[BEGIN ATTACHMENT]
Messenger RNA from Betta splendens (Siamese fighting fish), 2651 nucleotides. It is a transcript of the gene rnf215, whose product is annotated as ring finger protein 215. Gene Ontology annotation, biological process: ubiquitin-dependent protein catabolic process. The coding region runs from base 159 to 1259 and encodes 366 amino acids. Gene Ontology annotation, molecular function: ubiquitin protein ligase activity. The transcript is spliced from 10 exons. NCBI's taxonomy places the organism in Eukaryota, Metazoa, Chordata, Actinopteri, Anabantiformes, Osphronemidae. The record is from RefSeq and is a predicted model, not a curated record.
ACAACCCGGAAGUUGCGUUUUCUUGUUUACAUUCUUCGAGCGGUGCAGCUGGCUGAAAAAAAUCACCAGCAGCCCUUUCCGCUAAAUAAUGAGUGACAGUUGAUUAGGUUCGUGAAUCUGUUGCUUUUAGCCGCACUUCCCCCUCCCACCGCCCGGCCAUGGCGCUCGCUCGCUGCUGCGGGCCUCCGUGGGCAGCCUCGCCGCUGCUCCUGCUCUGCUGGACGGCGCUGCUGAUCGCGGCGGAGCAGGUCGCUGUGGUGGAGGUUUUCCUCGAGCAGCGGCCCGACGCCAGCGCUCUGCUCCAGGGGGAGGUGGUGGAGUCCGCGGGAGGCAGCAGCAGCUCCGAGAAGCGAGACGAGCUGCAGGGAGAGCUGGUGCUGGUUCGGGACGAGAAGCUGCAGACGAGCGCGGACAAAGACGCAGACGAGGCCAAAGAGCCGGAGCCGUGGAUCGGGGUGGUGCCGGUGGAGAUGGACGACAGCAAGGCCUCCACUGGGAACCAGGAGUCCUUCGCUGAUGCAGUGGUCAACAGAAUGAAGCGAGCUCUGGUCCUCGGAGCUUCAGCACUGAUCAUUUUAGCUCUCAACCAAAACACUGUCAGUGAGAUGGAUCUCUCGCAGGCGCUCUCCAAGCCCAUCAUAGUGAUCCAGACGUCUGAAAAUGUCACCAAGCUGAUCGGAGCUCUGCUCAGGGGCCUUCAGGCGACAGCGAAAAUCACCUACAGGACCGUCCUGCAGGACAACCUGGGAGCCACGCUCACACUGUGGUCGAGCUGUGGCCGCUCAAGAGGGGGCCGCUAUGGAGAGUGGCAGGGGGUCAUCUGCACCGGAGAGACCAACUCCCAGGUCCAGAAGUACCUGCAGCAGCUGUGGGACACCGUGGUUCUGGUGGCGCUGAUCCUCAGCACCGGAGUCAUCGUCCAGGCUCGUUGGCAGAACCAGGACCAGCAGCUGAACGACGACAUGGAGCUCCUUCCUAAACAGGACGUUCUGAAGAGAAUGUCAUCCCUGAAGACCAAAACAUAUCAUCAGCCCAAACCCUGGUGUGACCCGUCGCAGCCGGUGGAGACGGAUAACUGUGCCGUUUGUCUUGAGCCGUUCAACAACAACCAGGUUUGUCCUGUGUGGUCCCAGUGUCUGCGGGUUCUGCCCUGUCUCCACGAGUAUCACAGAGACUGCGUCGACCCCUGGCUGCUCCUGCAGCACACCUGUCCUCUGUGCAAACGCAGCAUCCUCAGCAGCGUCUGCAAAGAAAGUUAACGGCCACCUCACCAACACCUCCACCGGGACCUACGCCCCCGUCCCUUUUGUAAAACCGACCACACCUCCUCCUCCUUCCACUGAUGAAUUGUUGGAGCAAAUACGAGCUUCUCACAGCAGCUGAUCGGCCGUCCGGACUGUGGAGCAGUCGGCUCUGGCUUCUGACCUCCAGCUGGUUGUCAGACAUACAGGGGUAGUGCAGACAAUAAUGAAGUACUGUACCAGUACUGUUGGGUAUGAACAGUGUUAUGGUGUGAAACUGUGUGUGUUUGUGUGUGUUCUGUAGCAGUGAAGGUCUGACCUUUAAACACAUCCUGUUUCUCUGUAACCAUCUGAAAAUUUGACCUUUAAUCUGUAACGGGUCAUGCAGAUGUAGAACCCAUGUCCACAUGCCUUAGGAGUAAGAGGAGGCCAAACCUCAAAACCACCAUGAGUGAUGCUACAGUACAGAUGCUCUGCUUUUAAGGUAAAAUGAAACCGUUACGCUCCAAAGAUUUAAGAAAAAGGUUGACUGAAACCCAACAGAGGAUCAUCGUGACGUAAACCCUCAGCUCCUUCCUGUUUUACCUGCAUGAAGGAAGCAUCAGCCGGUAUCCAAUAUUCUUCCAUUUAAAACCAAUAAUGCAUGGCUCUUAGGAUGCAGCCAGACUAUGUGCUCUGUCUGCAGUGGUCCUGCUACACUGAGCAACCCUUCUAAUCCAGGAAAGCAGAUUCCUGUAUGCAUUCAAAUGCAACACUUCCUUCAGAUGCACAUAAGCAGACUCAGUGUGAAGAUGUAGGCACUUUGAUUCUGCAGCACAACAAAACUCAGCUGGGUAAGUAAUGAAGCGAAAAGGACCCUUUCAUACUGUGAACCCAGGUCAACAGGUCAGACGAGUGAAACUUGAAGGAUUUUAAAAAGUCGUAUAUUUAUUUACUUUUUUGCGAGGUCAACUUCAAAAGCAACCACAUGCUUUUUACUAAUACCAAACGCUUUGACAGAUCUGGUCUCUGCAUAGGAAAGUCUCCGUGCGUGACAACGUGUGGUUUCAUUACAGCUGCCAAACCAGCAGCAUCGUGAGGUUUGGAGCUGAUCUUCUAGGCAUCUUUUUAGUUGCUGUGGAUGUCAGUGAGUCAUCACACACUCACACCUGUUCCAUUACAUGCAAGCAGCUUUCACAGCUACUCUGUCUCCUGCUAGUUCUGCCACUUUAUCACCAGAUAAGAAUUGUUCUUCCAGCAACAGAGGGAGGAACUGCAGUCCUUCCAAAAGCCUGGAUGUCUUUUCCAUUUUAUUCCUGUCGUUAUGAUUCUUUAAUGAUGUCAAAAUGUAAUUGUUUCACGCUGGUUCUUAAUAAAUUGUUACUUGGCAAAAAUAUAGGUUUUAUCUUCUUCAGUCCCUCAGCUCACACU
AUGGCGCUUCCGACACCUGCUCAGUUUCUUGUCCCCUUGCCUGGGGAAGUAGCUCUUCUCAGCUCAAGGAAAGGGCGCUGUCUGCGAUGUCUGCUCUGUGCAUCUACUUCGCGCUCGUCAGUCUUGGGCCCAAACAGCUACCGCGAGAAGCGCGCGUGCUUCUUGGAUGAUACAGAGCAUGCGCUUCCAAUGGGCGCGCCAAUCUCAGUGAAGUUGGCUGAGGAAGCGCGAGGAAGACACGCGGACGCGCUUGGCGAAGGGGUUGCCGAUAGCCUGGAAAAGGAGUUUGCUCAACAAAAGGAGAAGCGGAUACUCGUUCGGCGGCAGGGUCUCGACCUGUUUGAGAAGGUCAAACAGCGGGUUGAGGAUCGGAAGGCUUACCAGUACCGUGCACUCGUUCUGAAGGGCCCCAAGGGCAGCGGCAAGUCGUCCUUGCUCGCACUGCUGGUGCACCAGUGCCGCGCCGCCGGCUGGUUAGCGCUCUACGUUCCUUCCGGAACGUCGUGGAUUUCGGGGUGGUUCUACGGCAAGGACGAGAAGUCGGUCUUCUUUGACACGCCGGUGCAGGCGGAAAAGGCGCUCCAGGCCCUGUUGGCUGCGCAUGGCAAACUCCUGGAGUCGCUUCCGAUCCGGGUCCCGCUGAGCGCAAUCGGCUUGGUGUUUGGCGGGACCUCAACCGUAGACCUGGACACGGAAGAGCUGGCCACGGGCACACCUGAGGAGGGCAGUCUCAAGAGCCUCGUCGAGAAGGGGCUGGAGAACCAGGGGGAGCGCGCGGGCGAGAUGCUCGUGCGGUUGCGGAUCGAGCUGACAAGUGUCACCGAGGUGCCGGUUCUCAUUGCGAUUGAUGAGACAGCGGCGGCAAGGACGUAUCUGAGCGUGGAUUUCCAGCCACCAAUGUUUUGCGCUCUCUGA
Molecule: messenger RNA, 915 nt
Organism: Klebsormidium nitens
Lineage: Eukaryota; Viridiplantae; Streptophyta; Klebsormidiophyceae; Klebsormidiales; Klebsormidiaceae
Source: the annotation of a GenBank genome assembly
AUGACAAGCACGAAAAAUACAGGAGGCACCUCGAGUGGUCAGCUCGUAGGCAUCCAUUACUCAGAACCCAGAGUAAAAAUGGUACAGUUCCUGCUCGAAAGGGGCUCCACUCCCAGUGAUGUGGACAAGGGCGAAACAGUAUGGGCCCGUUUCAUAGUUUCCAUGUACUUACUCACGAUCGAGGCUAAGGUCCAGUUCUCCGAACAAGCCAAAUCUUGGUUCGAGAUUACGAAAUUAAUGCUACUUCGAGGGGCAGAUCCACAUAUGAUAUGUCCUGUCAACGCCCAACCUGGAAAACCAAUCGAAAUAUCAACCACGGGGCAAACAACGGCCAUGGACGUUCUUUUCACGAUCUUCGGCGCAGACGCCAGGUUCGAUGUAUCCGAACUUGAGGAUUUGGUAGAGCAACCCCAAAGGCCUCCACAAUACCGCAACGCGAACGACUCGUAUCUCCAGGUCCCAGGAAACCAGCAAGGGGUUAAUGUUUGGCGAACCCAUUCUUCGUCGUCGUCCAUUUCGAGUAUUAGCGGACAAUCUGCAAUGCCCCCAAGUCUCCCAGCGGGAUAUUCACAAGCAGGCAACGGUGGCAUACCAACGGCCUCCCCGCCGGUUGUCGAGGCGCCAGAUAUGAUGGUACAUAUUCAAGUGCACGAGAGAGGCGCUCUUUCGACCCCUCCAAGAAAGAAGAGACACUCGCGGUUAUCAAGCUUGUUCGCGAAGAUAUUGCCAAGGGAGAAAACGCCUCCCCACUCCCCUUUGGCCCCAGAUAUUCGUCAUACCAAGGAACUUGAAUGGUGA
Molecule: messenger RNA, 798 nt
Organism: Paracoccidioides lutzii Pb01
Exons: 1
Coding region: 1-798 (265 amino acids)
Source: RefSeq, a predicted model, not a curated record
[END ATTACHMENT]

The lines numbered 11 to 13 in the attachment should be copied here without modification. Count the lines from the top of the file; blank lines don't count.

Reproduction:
Exons: 1
Coding region: 1-798 (265 amino acids)
Source: RefSeq, a predicted model, not a curated record